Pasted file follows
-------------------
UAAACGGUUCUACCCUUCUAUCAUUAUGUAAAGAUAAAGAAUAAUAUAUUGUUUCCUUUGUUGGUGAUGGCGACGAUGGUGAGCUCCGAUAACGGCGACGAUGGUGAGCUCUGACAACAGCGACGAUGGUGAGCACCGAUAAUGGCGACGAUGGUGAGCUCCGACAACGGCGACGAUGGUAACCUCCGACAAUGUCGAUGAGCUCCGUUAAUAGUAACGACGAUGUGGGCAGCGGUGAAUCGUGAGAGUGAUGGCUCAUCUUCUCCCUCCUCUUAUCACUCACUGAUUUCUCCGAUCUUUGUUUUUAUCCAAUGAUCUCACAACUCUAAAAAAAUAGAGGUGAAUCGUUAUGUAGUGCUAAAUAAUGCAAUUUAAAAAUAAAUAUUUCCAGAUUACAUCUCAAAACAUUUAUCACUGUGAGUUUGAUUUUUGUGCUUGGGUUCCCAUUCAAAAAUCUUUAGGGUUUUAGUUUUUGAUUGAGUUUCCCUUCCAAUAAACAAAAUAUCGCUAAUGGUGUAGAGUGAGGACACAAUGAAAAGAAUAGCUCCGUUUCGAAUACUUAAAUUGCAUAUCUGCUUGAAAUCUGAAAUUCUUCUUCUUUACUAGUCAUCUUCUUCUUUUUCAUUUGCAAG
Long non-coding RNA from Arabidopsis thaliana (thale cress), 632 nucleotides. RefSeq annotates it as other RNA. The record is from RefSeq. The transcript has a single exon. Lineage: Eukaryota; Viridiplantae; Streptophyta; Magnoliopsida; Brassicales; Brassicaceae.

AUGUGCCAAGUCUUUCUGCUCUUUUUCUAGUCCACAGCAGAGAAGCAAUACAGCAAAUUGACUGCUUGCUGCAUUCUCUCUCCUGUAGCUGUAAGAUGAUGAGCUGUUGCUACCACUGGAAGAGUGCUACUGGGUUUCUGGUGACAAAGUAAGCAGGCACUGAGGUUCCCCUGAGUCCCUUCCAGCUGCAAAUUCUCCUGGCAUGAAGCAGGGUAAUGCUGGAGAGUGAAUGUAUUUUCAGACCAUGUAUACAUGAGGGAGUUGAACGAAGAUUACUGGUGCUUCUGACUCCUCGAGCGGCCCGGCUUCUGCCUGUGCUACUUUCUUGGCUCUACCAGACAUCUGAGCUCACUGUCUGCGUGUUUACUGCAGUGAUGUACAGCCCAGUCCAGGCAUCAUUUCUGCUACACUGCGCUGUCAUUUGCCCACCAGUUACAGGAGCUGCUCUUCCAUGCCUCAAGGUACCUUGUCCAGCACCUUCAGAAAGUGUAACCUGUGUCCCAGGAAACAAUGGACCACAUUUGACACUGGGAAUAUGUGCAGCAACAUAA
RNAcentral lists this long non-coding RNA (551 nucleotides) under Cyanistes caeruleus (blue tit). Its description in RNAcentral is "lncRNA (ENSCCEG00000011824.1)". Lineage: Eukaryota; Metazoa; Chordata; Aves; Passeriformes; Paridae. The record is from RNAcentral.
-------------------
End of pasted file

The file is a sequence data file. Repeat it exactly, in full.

UAAACGGUUCUACCCUUCUAUCAUUAUGUAAAGAUAAAGAAUAAUAUAUUGUUUCCUUUGUUGGUGAUGGCGACGAUGGUGAGCUCCGAUAACGGCGACGAUGGUGAGCUCUGACAACAGCGACGAUGGUGAGCACCGAUAAUGGCGACGAUGGUGAGCUCCGACAACGGCGACGAUGGUAACCUCCGACAAUGUCGAUGAGCUCCGUUAAUAGUAACGACGAUGUGGGCAGCGGUGAAUCGUGAGAGUGAUGGCUCAUCUUCUCCCUCCUCUUAUCACUCACUGAUUUCUCCGAUCUUUGUUUUUAUCCAAUGAUCUCACAACUCUAAAAAAAUAGAGGUGAAUCGUUAUGUAGUGCUAAAUAAUGCAAUUUAAAAAUAAAUAUUUCCAGAUUACAUCUCAAAACAUUUAUCACUGUGAGUUUGAUUUUUGUGCUUGGGUUCCCAUUCAAAAAUCUUUAGGGUUUUAGUUUUUGAUUGAGUUUCCCUUCCAAUAAACAAAAUAUCGCUAAUGGUGUAGAGUGAGGACACAAUGAAAAGAAUAGCUCCGUUUCGAAUACUUAAAUUGCAUAUCUGCUUGAAAUCUGAAAUUCUUCUUCUUUACUAGUCAUCUUCUUCUUUUUCAUUUGCAAG
Long non-coding RNA from Arabidopsis thaliana (thale cress), 632 nucleotides. RefSeq annotates it as other RNA. The record is from RefSeq. The transcript has a single exon. Lineage: Eukaryota; Viridiplantae; Streptophyta; Magnoliopsida; Brassicales; Brassicaceae.

AUGUGCCAAGUCUUUCUGCUCUUUUUCUAGUCCACAGCAGAGAAGCAAUACAGCAAAUUGACUGCUUGCUGCAUUCUCUCUCCUGUAGCUGUAAGAUGAUGAGCUGUUGCUACCACUGGAAGAGUGCUACUGGGUUUCUGGUGACAAAGUAAGCAGGCACUGAGGUUCCCCUGAGUCCCUUCCAGCUGCAAAUUCUCCUGGCAUGAAGCAGGGUAAUGCUGGAGAGUGAAUGUAUUUUCAGACCAUGUAUACAUGAGGGAGUUGAACGAAGAUUACUGGUGCUUCUGACUCCUCGAGCGGCCCGGCUUCUGCCUGUGCUACUUUCUUGGCUCUACCAGACAUCUGAGCUCACUGUCUGCGUGUUUACUGCAGUGAUGUACAGCCCAGUCCAGGCAUCAUUUCUGCUACACUGCGCUGUCAUUUGCCCACCAGUUACAGGAGCUGCUCUUCCAUGCCUCAAGGUACCUUGUCCAGCACCUUCAGAAAGUGUAACCUGUGUCCCAGGAAACAAUGGACCACAUUUGACACUGGGAAUAUGUGCAGCAACAUAA
RNAcentral lists this long non-coding RNA (551 nucleotides) under Cyanistes caeruleus (blue tit). Its description in RNAcentral is "lncRNA (ENSCCEG00000011824.1)". Lineage: Eukaryota; Metazoa; Chordata; Aves; Passeriformes; Paridae. The record is from RNAcentral.